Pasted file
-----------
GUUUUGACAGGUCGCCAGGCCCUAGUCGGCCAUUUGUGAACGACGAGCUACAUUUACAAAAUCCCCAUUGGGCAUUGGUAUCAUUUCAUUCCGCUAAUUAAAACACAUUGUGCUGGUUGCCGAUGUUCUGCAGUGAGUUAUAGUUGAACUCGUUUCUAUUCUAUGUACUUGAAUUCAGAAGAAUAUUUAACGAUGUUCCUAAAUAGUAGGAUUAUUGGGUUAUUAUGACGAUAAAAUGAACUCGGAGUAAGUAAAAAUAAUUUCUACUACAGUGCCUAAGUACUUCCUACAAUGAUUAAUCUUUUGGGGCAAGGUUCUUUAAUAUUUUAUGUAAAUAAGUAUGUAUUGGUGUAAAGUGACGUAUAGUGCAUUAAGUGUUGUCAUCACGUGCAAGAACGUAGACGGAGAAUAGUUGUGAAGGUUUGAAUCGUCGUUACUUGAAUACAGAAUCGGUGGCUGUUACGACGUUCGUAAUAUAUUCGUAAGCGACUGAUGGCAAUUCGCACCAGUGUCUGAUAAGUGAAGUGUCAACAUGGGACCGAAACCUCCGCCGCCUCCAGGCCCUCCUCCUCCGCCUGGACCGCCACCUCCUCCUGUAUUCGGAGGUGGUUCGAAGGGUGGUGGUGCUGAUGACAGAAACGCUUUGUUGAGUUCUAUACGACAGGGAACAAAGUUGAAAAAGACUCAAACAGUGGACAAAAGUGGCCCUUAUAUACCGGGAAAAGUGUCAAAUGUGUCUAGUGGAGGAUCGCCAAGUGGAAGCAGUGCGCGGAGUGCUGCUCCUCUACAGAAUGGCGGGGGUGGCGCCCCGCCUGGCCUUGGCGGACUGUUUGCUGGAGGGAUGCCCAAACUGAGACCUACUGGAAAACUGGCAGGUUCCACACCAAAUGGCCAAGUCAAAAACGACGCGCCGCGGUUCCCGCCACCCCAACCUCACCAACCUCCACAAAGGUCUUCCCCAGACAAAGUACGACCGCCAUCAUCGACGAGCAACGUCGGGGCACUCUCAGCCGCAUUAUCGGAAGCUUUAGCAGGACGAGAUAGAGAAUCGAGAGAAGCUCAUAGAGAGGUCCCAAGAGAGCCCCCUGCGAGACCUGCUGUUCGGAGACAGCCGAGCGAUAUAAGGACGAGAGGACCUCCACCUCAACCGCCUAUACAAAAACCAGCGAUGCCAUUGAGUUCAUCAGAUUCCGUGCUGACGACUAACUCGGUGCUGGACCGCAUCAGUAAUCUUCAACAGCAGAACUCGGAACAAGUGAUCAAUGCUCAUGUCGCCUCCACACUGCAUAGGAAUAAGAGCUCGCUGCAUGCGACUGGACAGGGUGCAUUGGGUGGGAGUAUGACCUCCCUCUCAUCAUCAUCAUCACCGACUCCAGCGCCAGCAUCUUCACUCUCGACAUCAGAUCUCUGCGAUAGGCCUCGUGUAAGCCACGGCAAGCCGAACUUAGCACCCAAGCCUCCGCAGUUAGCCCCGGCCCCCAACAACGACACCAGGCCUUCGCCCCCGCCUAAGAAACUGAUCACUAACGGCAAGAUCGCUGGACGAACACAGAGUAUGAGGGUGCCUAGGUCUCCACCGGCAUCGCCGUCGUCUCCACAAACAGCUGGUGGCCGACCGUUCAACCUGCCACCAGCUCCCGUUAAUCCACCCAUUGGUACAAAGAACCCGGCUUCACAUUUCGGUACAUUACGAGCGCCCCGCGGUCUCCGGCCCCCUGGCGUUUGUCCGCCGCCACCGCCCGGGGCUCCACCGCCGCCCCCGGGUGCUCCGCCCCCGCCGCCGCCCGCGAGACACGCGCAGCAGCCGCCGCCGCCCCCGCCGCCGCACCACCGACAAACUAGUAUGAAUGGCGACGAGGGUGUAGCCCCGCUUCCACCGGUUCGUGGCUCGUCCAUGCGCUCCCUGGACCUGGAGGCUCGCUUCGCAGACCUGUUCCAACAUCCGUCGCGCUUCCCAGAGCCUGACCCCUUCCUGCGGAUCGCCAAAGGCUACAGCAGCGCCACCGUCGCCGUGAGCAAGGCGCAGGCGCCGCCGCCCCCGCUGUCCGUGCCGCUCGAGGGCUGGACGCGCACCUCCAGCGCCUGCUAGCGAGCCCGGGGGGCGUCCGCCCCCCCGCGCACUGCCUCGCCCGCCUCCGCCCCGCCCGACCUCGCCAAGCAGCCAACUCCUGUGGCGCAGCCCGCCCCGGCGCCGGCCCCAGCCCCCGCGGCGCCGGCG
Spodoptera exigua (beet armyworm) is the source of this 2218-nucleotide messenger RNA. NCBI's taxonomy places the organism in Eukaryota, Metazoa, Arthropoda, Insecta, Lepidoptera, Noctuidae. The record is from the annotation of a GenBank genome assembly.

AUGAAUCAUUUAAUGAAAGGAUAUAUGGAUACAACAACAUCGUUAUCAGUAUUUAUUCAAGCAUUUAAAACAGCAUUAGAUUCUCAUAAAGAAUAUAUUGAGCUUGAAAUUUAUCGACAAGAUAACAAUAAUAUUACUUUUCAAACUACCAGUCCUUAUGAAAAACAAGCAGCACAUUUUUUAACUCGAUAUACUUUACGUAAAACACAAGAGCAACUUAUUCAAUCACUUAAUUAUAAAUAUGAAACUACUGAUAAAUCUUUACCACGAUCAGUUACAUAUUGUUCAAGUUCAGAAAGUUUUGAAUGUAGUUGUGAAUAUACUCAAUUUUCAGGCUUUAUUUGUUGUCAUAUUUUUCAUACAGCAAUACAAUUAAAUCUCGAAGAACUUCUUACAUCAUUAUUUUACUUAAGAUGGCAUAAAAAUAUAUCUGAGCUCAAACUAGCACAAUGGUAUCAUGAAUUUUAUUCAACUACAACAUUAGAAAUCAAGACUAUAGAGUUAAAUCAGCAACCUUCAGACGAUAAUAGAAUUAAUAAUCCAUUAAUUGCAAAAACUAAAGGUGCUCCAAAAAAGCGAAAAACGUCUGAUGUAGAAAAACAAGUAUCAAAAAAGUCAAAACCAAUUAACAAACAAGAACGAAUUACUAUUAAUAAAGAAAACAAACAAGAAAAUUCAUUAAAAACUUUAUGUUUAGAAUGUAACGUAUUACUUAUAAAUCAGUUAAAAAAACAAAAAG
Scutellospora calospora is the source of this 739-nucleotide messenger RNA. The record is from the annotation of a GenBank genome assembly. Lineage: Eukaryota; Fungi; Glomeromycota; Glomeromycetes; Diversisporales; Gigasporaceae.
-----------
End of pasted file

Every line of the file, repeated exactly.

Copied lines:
GUUUUGACAGGUCGCCAGGCCCUAGUCGGCCAUUUGUGAACGACGAGCUACAUUUACAAAAUCCCCAUUGGGCAUUGGUAUCAUUUCAUUCCGCUAAUUAAAACACAUUGUGCUGGUUGCCGAUGUUCUGCAGUGAGUUAUAGUUGAACUCGUUUCUAUUCUAUGUACUUGAAUUCAGAAGAAUAUUUAACGAUGUUCCUAAAUAGUAGGAUUAUUGGGUUAUUAUGACGAUAAAAUGAACUCGGAGUAAGUAAAAAUAAUUUCUACUACAGUGCCUAAGUACUUCCUACAAUGAUUAAUCUUUUGGGGCAAGGUUCUUUAAUAUUUUAUGUAAAUAAGUAUGUAUUGGUGUAAAGUGACGUAUAGUGCAUUAAGUGUUGUCAUCACGUGCAAGAACGUAGACGGAGAAUAGUUGUGAAGGUUUGAAUCGUCGUUACUUGAAUACAGAAUCGGUGGCUGUUACGACGUUCGUAAUAUAUUCGUAAGCGACUGAUGGCAAUUCGCACCAGUGUCUGAUAAGUGAAGUGUCAACAUGGGACCGAAACCUCCGCCGCCUCCAGGCCCUCCUCCUCCGCCUGGACCGCCACCUCCUCCUGUAUUCGGAGGUGGUUCGAAGGGUGGUGGUGCUGAUGACAGAAACGCUUUGUUGAGUUCUAUACGACAGGGAACAAAGUUGAAAAAGACUCAAACAGUGGACAAAAGUGGCCCUUAUAUACCGGGAAAAGUGUCAAAUGUGUCUAGUGGAGGAUCGCCAAGUGGAAGCAGUGCGCGGAGUGCUGCUCCUCUACAGAAUGGCGGGGGUGGCGCCCCGCCUGGCCUUGGCGGACUGUUUGCUGGAGGGAUGCCCAAACUGAGACCUACUGGAAAACUGGCAGGUUCCACACCAAAUGGCCAAGUCAAAAACGACGCGCCGCGGUUCCCGCCACCCCAACCUCACCAACCUCCACAAAGGUCUUCCCCAGACAAAGUACGACCGCCAUCAUCGACGAGCAACGUCGGGGCACUCUCAGCCGCAUUAUCGGAAGCUUUAGCAGGACGAGAUAGAGAAUCGAGAGAAGCUCAUAGAGAGGUCCCAAGAGAGCCCCCUGCGAGACCUGCUGUUCGGAGACAGCCGAGCGAUAUAAGGACGAGAGGACCUCCACCUCAACCGCCUAUACAAAAACCAGCGAUGCCAUUGAGUUCAUCAGAUUCCGUGCUGACGACUAACUCGGUGCUGGACCGCAUCAGUAAUCUUCAACAGCAGAACUCGGAACAAGUGAUCAAUGCUCAUGUCGCCUCCACACUGCAUAGGAAUAAGAGCUCGCUGCAUGCGACUGGACAGGGUGCAUUGGGUGGGAGUAUGACCUCCCUCUCAUCAUCAUCAUCACCGACUCCAGCGCCAGCAUCUUCACUCUCGACAUCAGAUCUCUGCGAUAGGCCUCGUGUAAGCCACGGCAAGCCGAACUUAGCACCCAAGCCUCCGCAGUUAGCCCCGGCCCCCAACAACGACACCAGGCCUUCGCCCCCGCCUAAGAAACUGAUCACUAACGGCAAGAUCGCUGGACGAACACAGAGUAUGAGGGUGCCUAGGUCUCCACCGGCAUCGCCGUCGUCUCCACAAACAGCUGGUGGCCGACCGUUCAACCUGCCACCAGCUCCCGUUAAUCCACCCAUUGGUACAAAGAACCCGGCUUCACAUUUCGGUACAUUACGAGCGCCCCGCGGUCUCCGGCCCCCUGGCGUUUGUCCGCCGCCACCGCCCGGGGCUCCACCGCCGCCCCCGGGUGCUCCGCCCCCGCCGCCGCCCGCGAGACACGCGCAGCAGCCGCCGCCGCCCCCGCCGCCGCACCACCGACAAACUAGUAUGAAUGGCGACGAGGGUGUAGCCCCGCUUCCACCGGUUCGUGGCUCGUCCAUGCGCUCCCUGGACCUGGAGGCUCGCUUCGCAGACCUGUUCCAACAUCCGUCGCGCUUCCCAGAGCCUGACCCCUUCCUGCGGAUCGCCAAAGGCUACAGCAGCGCCACCGUCGCCGUGAGCAAGGCGCAGGCGCCGCCGCCCCCGCUGUCCGUGCCGCUCGAGGGCUGGACGCGCACCUCCAGCGCCUGCUAGCGAGCCCGGGGGGCGUCCGCCCCCCCGCGCACUGCCUCGCCCGCCUCCGCCCCGCCCGACCUCGCCAAGCAGCCAACUCCUGUGGCGCAGCCCGCCCCGGCGCCGGCCCCAGCCCCCGCGGCGCCGGCG
Spodoptera exigua (beet armyworm) is the source of this 2218-nucleotide messenger RNA. NCBI's taxonomy places the organism in Eukaryota, Metazoa, Arthropoda, Insecta, Lepidoptera, Noctuidae. The record is from the annotation of a GenBank genome assembly.

AUGAAUCAUUUAAUGAAAGGAUAUAUGGAUACAACAACAUCGUUAUCAGUAUUUAUUCAAGCAUUUAAAACAGCAUUAGAUUCUCAUAAAGAAUAUAUUGAGCUUGAAAUUUAUCGACAAGAUAACAAUAAUAUUACUUUUCAAACUACCAGUCCUUAUGAAAAACAAGCAGCACAUUUUUUAACUCGAUAUACUUUACGUAAAACACAAGAGCAACUUAUUCAAUCACUUAAUUAUAAAUAUGAAACUACUGAUAAAUCUUUACCACGAUCAGUUACAUAUUGUUCAAGUUCAGAAAGUUUUGAAUGUAGUUGUGAAUAUACUCAAUUUUCAGGCUUUAUUUGUUGUCAUAUUUUUCAUACAGCAAUACAAUUAAAUCUCGAAGAACUUCUUACAUCAUUAUUUUACUUAAGAUGGCAUAAAAAUAUAUCUGAGCUCAAACUAGCACAAUGGUAUCAUGAAUUUUAUUCAACUACAACAUUAGAAAUCAAGACUAUAGAGUUAAAUCAGCAACCUUCAGACGAUAAUAGAAUUAAUAAUCCAUUAAUUGCAAAAACUAAAGGUGCUCCAAAAAAGCGAAAAACGUCUGAUGUAGAAAAACAAGUAUCAAAAAAGUCAAAACCAAUUAACAAACAAGAACGAAUUACUAUUAAUAAAGAAAACAAACAAGAAAAUUCAUUAAAAACUUUAUGUUUAGAAUGUAACGUAUUACUUAUAAAUCAGUUAAAAAAACAAAAAG
Scutellospora calospora is the source of this 739-nucleotide messenger RNA. The record is from the annotation of a GenBank genome assembly. Lineage: Eukaryota; Fungi; Glomeromycota; Glomeromycetes; Diversisporales; Gigasporaceae.